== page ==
-- New York Republican gubernatorial candidate Carl Paladino on CNN explaining that his critics are "surrogates" doing Democratic opponent Cuomo's "dirty work."
"I think his testimony was not appropriate. I think it was an embarrassment for Mr. Colbert more than the House."
- House Majority Leader Steny Hoyer on "Fox News Sunday" talking about Friday's appearance by comedian Stephen Colbert testifying about immigration in front of a House Judiciary subcommittee.
"Never say never."
-- Soon-to-be-former South Carolina Governor Mark Sanford to the Wall Street Journal, leaving the door open for a future return to politics.
Poll Check - Senate Survey Roundup; Republican Surge for Mass. Governor
Horse Race in Kentucky; Blowout in Ohio; Boxer Shows Strength; Reid and Angle tied; GOP Blowout in Fla.
SurveyUSA: Republican Rand Paul and Democrat Jack Conway neck-and-neck in Kentucky - Paul 49, Conway 47
University of Cincinnati: Republican Rob Portman thrashing Dem Lee Fisher by 15 points.
Los Angeles Times/University of Southern California: Sen. Barbara Boxer at 51 percent, an 8-point lead over Republican Carly Fiorina.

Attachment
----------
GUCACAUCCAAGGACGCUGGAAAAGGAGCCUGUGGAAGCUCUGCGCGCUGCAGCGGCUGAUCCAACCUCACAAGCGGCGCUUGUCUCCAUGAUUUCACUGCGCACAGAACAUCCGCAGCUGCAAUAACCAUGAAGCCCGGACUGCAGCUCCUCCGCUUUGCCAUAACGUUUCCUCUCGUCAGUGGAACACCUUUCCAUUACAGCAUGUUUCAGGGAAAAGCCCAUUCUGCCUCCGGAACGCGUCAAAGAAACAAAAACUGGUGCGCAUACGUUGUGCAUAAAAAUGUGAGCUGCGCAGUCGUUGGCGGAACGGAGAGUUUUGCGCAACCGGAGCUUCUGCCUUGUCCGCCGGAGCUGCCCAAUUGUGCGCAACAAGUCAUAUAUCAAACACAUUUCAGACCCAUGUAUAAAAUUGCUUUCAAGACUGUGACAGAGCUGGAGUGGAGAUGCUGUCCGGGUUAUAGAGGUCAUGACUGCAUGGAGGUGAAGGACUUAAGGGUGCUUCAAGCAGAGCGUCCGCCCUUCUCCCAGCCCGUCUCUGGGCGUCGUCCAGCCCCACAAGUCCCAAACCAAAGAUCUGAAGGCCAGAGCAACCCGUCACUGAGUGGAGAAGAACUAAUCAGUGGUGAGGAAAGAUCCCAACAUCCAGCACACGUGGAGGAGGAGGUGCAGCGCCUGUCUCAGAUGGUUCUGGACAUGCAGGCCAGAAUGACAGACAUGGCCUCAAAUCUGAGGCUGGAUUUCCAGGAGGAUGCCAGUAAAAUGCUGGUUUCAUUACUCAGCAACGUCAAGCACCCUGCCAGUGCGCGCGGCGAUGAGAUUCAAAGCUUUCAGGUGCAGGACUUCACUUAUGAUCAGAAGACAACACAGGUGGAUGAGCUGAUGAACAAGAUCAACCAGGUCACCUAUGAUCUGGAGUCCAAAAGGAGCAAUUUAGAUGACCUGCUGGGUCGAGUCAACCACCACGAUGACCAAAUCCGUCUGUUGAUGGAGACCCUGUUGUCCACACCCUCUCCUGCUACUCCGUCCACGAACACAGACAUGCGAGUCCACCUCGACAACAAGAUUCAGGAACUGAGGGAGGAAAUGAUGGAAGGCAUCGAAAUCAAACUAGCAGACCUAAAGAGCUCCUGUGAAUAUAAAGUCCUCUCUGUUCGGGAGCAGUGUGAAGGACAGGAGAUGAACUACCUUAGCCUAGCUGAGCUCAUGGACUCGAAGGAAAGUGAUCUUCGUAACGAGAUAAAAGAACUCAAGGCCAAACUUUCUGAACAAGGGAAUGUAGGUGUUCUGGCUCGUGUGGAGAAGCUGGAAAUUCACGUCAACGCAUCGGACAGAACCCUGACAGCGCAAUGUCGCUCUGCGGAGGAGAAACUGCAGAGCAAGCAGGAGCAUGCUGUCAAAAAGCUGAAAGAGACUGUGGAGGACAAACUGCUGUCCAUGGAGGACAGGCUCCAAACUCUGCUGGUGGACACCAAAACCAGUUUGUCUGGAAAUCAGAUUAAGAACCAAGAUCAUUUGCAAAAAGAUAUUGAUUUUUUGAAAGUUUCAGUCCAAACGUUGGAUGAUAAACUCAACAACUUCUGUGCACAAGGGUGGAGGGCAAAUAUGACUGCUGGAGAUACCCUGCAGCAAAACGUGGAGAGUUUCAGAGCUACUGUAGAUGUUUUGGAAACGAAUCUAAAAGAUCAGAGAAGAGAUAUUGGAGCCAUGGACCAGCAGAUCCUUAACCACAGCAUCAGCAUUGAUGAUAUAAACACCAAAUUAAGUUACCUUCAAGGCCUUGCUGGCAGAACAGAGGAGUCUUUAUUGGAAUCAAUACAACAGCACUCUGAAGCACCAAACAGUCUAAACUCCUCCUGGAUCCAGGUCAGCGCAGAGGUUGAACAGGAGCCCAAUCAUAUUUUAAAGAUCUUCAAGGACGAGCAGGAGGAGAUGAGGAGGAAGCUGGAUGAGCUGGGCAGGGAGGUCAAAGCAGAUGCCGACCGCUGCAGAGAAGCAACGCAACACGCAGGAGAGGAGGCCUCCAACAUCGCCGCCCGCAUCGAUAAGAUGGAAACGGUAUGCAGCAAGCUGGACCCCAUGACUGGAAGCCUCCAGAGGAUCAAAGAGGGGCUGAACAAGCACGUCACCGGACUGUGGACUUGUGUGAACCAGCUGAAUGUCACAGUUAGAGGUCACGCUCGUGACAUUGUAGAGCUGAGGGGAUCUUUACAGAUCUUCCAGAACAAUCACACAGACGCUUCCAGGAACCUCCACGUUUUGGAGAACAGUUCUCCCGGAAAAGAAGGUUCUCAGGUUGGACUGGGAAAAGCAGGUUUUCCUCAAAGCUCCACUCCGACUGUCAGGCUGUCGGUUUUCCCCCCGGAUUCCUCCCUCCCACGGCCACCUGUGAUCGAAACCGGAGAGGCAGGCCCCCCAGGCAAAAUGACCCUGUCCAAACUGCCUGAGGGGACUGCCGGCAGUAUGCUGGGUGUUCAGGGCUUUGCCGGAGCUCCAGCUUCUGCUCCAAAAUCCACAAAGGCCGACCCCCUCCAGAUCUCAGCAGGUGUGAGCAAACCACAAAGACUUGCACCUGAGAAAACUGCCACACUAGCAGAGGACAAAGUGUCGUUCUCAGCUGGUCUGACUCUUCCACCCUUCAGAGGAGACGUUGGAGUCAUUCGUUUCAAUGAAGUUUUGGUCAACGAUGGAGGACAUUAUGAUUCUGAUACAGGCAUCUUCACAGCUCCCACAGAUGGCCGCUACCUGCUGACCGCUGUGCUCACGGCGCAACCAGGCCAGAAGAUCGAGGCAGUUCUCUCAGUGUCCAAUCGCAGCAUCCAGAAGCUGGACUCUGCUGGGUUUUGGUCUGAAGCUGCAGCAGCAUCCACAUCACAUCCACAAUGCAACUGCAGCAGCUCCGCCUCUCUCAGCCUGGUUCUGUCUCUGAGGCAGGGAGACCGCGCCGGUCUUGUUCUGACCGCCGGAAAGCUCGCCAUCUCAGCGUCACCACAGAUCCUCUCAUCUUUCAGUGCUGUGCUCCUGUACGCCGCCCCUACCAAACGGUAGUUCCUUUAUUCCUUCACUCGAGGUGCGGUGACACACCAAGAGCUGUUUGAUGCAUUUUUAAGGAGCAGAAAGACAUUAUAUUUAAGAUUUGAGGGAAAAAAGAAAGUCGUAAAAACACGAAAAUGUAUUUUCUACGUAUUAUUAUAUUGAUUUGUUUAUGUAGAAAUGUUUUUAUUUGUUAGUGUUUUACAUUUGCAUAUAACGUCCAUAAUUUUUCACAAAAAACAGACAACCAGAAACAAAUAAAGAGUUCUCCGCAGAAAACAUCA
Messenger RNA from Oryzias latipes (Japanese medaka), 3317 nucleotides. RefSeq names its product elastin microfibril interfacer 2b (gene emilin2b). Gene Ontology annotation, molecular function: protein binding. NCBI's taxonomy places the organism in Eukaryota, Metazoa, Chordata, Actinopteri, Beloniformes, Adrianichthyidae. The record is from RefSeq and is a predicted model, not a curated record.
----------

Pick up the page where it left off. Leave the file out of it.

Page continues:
Mason-Dixon: Sen. Harry Reid and Republican Sharron Angle tied at 43 percent.
Perry: Under 50 but Sitting Pretty?
In Texas, Gov. Rick Perry leads Democratic challenger Bill White 46 percent to 39 percent in a new Dallas Morning News poll.
No incumbent likes to be below 50 percent so close to an election, and with 15 percent of voters still up for grabs, Perry can't take anything for granted.
Perry, though, was even in the poll with White in the Democrat's hometown of Houston, which he ran as a popular three-term mayor. If White can't run up the score there, he's probably not going to close the gap.
Indy Bid May Not Save Patrick in Mass.
A new Boston Globe poll put Republican Charlie Baker in a dead heat with Democrat Gov. Deval Patrick in Massachusetts - down from a 7-point lead for Patrick in June.
Patrick is unpopular but not any more so -- his approval rating has remained at 40 percent. The real reason for Baker's success is the collapse in support for independent candidate Tim Cahill.